« Recapping a long weekend | Main | Around the blogosphere »

July 5, 2006

Notable little reasonableness opinion from the Ninth Circuit

The Ninth Circuit today in US v. Clark, No. 05-10480 (9th Cir. July 5, 2006) (available here), discusses reasonableness review and a few other issues in a little opinion that serves as a useful recap of the basic post-Booker landscape in the Circuit.  What perhaps makes Clark most interesting is a stinging concurrence by Judge Kozinski rebuking the government attorney's work on appeal.  Here is a taste of this concurrence:

I don't believe that quoting portions of a sentence while leaving out key qualifiers is reasonable conduct for an attorney of this court.  I don't believe that making assertions in a brief regarding disputed factual points, without providing a citation to the record, amounts to reasonable attorney conduct.  I don’' believe that ignoring the context of statements in the record — the timing, circumstances and purpose — amounts to reasonable conduct.  In short, I don't believe that it is appropriate or reasonable for a lawyer to pluck a few words from the middle of a sentence and pretend that they say something very different from what they mean in context. This is true of every lawyer who appears before us, but it goes doubly for lawyers who represent the government in criminal cases.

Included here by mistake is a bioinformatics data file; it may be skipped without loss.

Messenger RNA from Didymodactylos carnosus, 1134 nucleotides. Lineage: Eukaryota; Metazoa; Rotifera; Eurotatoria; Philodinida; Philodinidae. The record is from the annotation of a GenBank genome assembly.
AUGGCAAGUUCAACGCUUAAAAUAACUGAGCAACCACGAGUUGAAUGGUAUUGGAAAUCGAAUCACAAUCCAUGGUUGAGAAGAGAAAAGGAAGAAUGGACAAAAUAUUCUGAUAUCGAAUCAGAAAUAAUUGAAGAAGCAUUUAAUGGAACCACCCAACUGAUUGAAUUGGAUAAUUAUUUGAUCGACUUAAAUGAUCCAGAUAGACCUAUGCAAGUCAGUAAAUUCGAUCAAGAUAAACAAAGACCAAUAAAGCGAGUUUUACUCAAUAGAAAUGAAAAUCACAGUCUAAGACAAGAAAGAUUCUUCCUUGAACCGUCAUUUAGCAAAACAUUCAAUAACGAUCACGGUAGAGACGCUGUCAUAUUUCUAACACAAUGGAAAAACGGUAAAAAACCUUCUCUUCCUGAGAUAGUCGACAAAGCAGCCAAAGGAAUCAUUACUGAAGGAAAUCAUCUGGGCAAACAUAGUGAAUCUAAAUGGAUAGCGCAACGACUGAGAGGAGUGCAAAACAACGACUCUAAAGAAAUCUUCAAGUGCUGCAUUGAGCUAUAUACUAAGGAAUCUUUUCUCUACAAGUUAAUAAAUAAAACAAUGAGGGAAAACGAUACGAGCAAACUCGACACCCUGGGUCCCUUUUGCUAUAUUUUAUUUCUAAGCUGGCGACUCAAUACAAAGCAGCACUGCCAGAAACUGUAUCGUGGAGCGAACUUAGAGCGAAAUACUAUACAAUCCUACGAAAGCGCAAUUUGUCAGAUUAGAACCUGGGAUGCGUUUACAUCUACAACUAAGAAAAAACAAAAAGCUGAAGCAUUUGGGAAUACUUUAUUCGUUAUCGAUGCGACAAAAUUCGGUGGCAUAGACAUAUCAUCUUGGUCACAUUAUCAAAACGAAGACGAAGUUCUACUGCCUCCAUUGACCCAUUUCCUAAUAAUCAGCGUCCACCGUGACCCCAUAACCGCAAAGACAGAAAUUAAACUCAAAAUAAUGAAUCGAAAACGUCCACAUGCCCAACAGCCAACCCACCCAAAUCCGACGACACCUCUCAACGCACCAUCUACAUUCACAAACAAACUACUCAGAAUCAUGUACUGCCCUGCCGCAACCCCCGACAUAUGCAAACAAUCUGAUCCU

July 5, 2006 at 01:53 PM | Permalink


TrackBack URL for this entry:

Listed below are links to weblogs that reference Notable little reasonableness opinion from the Ninth Circuit:


Post a comment

In the body of your email, please indicate if you are a professor, student, prosecutor, defense attorney, etc. so I can gain a sense of who is reading my blog. Thank you, DAB